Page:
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THE OBAMA MOVIE - WILL IT BE REAL?

By       Message Tom Dennen     Permalink
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The question on everyone’s mind is, “Just what is Mr. Barak Hussein Obama going to do?”

the question is also top-of-mind in South Africa.

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South Africans, like most people, all have moments when they think they’d do a better job than, say Thabo Mbeki, certainly Jacob Zuma did and the new president, Mr. Kgalema Mothlanthe, is trying to, (but of course, none of them comes near Nelson Mandela who, as a leader, was what the whole world believes a politician should be).

But innocents 'catapulted' into office just doesn’t happen.

Except in the movies.

“Dave” is possibly the best role Kevin Kline has ever played, his Oscar-winning role as the loony psychopath Otto in ‘A Fish Called Wanda’ notwithstanding.

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(Excerpt from an interview by Susan Lehman, a producer on "The Jane Pratt Show".)

‘KK: “It was mostly a back-end deal, so not much up front! ... Okay, in all seriousness, I wanted to test a theory of comedy. Most of the comedies I've done have been rather farcical and extravagant. When one does farce like that, it involves a type of highly charged, energized, manic -- dare I say larger than life? -- performance. But a film like "Dave" requires a greater degree of naturalism in the acting. The audience has to believe in the character. It's a different kind of comedy. You don't have the same kind of conventions to support you. When you have satire, it has to be real. No matter how outrageous the comedy becomes, you have to believe in the characters.”

‘ "Dave," … requires the actor to play two roles at once -- Kline doubles as President Bill Mitchell and his look-alike, a two-bit employment agent named Dave who fills in when the president suffers a stroke – (providing) a perfect venue for Kline's terrific double-edged humor and talent.

‘An accomplished Shakespearean actor whose screen credits include "Sophie's Choice," "The Big Chill," "A Fish Called Wanda” and "Grand Canyon," Kline says he was attracted to "Dave's" innocence. "Innocent" probably isn't the word Washington insiders will use to describe a movie predicated on the idea that an ordinary man can run the country better than a trained politician. But Dave, the character who bumbles playfully through the rituals of power, is every bit the uncorrupted Everyman who, given an unexpected chance to run his country, does the right thing.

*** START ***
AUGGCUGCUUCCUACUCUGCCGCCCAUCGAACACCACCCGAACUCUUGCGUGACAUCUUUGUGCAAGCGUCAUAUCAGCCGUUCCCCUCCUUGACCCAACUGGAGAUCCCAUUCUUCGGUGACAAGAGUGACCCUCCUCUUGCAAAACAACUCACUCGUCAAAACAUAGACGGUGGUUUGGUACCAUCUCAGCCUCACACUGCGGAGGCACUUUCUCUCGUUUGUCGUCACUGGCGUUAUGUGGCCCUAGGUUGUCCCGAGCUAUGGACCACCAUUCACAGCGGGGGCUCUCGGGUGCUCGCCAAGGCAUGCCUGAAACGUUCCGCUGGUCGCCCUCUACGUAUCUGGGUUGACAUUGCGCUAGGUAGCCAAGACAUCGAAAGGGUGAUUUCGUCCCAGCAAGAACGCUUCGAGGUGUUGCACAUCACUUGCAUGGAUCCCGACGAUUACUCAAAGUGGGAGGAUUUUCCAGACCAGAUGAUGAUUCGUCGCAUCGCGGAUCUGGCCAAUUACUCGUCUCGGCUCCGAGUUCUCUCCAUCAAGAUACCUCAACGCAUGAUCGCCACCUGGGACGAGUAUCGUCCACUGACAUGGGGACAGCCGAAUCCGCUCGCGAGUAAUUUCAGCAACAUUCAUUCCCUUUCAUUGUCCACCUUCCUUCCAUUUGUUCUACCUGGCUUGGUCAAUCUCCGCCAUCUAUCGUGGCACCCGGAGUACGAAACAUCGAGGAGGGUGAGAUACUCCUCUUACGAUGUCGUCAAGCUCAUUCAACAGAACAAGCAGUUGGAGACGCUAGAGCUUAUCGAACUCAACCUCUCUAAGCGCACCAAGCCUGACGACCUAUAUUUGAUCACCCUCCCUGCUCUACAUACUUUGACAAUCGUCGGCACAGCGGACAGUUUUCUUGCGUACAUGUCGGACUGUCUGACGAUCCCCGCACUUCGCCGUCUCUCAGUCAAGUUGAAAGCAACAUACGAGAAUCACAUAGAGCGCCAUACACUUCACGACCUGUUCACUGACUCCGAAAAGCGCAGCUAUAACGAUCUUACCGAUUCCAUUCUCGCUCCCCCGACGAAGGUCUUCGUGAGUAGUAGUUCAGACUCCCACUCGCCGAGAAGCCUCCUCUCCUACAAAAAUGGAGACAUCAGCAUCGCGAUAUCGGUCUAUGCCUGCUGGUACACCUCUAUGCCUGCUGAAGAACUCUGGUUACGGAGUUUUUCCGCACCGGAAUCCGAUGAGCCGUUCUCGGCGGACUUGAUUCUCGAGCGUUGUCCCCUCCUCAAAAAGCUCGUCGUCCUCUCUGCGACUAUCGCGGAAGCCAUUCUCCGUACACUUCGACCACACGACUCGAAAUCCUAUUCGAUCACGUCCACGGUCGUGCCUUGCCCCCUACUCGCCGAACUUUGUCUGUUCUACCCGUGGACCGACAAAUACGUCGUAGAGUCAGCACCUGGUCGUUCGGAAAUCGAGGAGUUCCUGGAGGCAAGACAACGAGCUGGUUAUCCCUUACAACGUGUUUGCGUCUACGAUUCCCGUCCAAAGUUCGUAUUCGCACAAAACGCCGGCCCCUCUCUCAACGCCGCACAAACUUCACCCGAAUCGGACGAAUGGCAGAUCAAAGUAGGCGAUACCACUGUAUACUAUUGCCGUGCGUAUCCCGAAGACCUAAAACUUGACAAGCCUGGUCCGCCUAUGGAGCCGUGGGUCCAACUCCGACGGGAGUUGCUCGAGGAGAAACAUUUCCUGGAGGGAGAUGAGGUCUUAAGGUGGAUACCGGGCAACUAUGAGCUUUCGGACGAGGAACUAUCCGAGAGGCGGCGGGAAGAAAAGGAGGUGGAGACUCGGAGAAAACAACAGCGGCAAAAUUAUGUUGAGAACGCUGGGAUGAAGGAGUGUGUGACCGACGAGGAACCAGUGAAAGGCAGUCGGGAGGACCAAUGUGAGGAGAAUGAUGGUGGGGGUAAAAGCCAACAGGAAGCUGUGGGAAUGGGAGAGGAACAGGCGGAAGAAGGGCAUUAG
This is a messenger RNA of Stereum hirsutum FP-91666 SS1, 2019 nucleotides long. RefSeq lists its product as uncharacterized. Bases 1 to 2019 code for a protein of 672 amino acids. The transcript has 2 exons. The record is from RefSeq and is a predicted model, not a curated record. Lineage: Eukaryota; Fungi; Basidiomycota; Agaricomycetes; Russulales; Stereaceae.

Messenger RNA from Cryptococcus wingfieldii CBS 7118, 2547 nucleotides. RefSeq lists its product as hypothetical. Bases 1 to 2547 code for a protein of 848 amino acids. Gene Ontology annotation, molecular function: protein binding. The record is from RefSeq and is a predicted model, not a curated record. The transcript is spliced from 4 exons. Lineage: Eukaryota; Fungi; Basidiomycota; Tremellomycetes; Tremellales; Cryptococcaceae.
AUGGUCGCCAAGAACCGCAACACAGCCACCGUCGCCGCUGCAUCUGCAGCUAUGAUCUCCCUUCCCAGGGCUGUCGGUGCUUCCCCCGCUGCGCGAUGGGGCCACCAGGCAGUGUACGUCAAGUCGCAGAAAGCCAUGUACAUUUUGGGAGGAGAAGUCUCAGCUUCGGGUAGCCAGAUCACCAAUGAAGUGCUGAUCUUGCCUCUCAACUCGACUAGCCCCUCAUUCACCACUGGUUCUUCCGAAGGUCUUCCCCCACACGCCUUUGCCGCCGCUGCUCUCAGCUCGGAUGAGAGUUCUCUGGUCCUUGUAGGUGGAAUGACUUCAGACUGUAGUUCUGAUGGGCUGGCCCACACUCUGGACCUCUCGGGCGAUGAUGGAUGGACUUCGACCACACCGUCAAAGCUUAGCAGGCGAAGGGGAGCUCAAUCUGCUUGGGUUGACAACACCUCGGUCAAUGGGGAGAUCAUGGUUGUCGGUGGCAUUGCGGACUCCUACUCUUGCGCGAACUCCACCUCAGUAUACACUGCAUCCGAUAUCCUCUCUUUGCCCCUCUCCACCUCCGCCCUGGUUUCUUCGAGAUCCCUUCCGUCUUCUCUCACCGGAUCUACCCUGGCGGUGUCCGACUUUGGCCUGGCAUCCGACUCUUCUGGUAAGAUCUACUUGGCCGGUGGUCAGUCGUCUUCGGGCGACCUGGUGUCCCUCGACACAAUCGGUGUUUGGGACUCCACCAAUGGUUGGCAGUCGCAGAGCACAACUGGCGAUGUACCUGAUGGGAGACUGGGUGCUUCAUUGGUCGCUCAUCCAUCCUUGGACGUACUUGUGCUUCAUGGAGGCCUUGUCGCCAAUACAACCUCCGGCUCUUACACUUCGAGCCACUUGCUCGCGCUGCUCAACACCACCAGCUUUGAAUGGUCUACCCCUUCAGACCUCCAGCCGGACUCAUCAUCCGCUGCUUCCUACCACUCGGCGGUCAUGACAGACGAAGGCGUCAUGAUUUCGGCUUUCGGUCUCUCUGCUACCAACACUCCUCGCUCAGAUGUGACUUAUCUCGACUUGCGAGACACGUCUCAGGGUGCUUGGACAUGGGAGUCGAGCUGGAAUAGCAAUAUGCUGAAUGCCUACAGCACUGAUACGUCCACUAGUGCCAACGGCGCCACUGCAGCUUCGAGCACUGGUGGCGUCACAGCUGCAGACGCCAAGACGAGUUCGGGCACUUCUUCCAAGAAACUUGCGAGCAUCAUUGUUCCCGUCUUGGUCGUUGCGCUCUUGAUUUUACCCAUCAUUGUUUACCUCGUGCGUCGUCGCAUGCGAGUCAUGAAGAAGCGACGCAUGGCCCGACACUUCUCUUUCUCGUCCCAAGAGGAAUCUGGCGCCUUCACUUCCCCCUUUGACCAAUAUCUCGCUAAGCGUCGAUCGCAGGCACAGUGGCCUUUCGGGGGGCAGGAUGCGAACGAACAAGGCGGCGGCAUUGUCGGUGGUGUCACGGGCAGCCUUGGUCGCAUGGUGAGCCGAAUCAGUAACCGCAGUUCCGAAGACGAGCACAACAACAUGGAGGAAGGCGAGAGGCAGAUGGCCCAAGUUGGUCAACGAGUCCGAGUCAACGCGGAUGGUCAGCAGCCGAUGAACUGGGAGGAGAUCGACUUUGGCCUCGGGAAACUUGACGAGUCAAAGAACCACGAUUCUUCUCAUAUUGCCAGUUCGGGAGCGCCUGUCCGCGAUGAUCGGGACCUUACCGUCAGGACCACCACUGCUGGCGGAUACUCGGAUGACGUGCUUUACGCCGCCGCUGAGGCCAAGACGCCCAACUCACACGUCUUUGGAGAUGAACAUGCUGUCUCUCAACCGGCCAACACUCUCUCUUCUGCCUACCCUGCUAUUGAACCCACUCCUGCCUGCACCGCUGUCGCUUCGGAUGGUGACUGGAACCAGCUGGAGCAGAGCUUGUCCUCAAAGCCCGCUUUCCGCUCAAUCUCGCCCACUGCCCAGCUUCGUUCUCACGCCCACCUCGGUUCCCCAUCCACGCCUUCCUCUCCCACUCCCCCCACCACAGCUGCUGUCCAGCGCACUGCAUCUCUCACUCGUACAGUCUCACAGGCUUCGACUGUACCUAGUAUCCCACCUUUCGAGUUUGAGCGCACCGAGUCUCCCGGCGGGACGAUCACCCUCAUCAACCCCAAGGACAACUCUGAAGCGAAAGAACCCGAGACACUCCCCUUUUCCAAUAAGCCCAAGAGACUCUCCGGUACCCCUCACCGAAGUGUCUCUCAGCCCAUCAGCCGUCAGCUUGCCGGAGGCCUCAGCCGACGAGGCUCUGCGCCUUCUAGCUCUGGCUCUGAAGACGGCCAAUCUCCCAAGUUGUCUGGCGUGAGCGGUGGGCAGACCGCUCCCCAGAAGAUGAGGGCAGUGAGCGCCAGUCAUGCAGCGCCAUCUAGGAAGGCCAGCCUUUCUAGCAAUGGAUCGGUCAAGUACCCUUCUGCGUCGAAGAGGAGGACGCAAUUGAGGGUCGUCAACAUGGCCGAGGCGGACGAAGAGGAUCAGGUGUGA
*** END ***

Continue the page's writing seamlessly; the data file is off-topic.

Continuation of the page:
‘Complete with cameo performances by journalists and politicians such as as Nina Totenberg, Michael Kinsley, Larry King, Tip O'Neill, Alan Simpson and Frank Mankiewicz -- and an especially funny performance by Oliver Stone, who appears briefly to offer a conspiracy theory about President Mitchell -- "Dave" is likely to elicit special chuckles from capital audiences. For its 44-year-old star, however, the city is clearly nothing more than the place in which his most recent movie happened to be set. Apparently intent on retaining his distance from Washington's ways, Kline won't tangle with political questions of any kind. "Nope. I won't talk politics," he says with the gracious evasiveness of a consummate politician. "I'm not equipped to talk politics. I haven't even read the paper in two weeks.” ‘

No, it wasn’t about politics, it was about what you and I really think about (and are certainly aware of) the seemingly endemic corruption that is politics and what can we ordinary people possibly do about it?

While that question remains in the realm of fantasy – and “Dave” is a fantasy – it is still a valid question.

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We all know that 'politics' is fundamentally a web-like skein of favors and vested interests stretching back to the beginning of any politician’s career.

Kickbacks and cronyism are the currency of politics and its language is based on the question, “what’s in it for me?” – or ‘my constituents’, meaning the people I owe favors to back home.

“Dave” examines what could happen if an innocent were catapulted into the White House without the ‘favor’ baggage that every ‘real’ candidate unfortunately carries with him?

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Tom is a contributor to public debate on issues affecting our survival; works with a London and a South African think tank, is a working journalist and author.

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